Thursday, 17 March 2016

Managing the system with systemd

Systemd was introduced as a replacement for init - due to certain shortcomings like it's startup times and offer an improved API and lower memory footprint (I am not going to get into a pro's and con's argument - there are plenty of resources online that do this very well.)

Popular Linux distributions like Debian (8), Fedora and CentOS (7) have now adopted systemd as default.

The run-level concept (although now called 'targets' ) still applies and you are able to view the configuration for each level by running something like:

ls -l /usr/lib/systemd/system/runlevel*

Although these files are actually symbolic links pointing to the newly formatted names:

lrwxrwxrwx. 1 root root 15 Mar  8 15:13 /usr/lib/systemd/system/runlevel0.target -> poweroff.target
lrwxrwxrwx. 1 root root 13 Mar  8 15:13 /usr/lib/systemd/system/runlevel1.target -> rescue.target
lrwxrwxrwx. 1 root root 17 Mar  8 15:13 /usr/lib/systemd/system/runlevel2.target -> multi-user.target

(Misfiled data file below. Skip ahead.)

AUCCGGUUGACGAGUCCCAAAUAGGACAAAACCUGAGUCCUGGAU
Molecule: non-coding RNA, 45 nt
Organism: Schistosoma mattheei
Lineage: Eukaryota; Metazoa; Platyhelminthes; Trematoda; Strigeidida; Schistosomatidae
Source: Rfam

lrwxrwxrwx. 1 root root 17 Mar  8 15:13 /usr/lib/systemd/system/runlevel3.target -> multi-user.target
lrwxrwxrwx. 1 root root 17 Mar  8 15:13 /usr/lib/systemd/system/runlevel4.target -> multi-user.target
lrwxrwxrwx. 1 root root 16 Mar  8 15:13 /usr/lib/systemd/system/runlevel5.target -> graphical.target
lrwxrwxrwx. 1 root root 13 Mar  8 15:13 /usr/lib/systemd/system/runlevel6.target -> reboot.target

You can switch to another runlevel (target)  with something like:

systemctl isolate runlevel7.target

and to get your current runlevel (target):

systemctl list-units --type target

and to change your default runlevel (target):

systemctl set-default graphical.target

We can get an overview of all of our services by issuing:

sudo systemctl

or check the status of a service with:

sudo systemctl status sshd


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